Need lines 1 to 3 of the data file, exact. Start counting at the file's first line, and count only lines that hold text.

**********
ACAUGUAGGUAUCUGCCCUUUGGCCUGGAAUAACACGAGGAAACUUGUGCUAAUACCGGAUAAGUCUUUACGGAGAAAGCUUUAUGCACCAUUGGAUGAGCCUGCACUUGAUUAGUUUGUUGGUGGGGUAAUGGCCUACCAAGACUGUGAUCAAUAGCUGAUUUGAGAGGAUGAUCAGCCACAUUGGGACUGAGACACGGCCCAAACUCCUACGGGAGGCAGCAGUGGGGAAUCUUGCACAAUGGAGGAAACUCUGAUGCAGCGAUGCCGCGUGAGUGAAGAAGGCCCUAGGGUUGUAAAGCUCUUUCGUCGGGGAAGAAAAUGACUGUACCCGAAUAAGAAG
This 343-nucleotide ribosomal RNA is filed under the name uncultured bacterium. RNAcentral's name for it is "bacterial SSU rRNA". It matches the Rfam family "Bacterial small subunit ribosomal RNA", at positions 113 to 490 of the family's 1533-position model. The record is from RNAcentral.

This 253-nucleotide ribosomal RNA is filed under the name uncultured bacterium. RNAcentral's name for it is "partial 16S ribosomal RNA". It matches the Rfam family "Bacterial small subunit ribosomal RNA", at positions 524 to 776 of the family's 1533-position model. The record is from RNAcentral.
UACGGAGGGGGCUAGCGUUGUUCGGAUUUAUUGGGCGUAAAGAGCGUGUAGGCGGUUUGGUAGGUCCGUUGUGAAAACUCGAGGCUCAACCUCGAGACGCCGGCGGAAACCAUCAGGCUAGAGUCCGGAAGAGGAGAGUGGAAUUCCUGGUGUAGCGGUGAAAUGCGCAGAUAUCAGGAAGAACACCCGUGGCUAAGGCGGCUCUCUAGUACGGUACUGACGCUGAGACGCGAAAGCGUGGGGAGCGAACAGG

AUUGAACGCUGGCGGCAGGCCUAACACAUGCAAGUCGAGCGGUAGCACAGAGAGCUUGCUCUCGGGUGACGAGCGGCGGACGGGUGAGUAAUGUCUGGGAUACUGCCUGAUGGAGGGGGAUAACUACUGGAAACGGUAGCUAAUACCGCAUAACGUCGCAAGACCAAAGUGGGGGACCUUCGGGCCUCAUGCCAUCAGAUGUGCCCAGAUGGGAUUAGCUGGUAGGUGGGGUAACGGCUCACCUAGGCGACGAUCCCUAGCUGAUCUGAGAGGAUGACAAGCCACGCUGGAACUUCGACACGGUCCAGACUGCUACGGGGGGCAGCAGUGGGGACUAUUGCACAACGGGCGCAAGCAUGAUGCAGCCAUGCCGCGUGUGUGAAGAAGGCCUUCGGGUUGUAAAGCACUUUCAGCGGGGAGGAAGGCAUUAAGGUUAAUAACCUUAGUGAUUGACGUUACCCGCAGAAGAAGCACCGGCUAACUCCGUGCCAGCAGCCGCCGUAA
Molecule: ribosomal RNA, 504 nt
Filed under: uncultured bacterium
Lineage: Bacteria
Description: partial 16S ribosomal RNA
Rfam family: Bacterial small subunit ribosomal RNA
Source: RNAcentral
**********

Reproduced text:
ACAUGUAGGUAUCUGCCCUUUGGCCUGGAAUAACACGAGGAAACUUGUGCUAAUACCGGAUAAGUCUUUACGGAGAAAGCUUUAUGCACCAUUGGAUGAGCCUGCACUUGAUUAGUUUGUUGGUGGGGUAAUGGCCUACCAAGACUGUGAUCAAUAGCUGAUUUGAGAGGAUGAUCAGCCACAUUGGGACUGAGACACGGCCCAAACUCCUACGGGAGGCAGCAGUGGGGAAUCUUGCACAAUGGAGGAAACUCUGAUGCAGCGAUGCCGCGUGAGUGAAGAAGGCCCUAGGGUUGUAAAGCUCUUUCGUCGGGGAAGAAAAUGACUGUACCCGAAUAAGAAG
This 343-nucleotide ribosomal RNA is filed under the name uncultured bacterium. RNAcentral's name for it is "bacterial SSU rRNA". It matches the Rfam family "Bacterial small subunit ribosomal RNA", at positions 113 to 490 of the family's 1533-position model. The record is from RNAcentral.

This 253-nucleotide ribosomal RNA is filed under the name uncultured bacterium. RNAcentral's name for it is "partial 16S ribosomal RNA". It matches the Rfam family "Bacterial small subunit ribosomal RNA", at positions 524 to 776 of the family's 1533-position model. The record is from RNAcentral.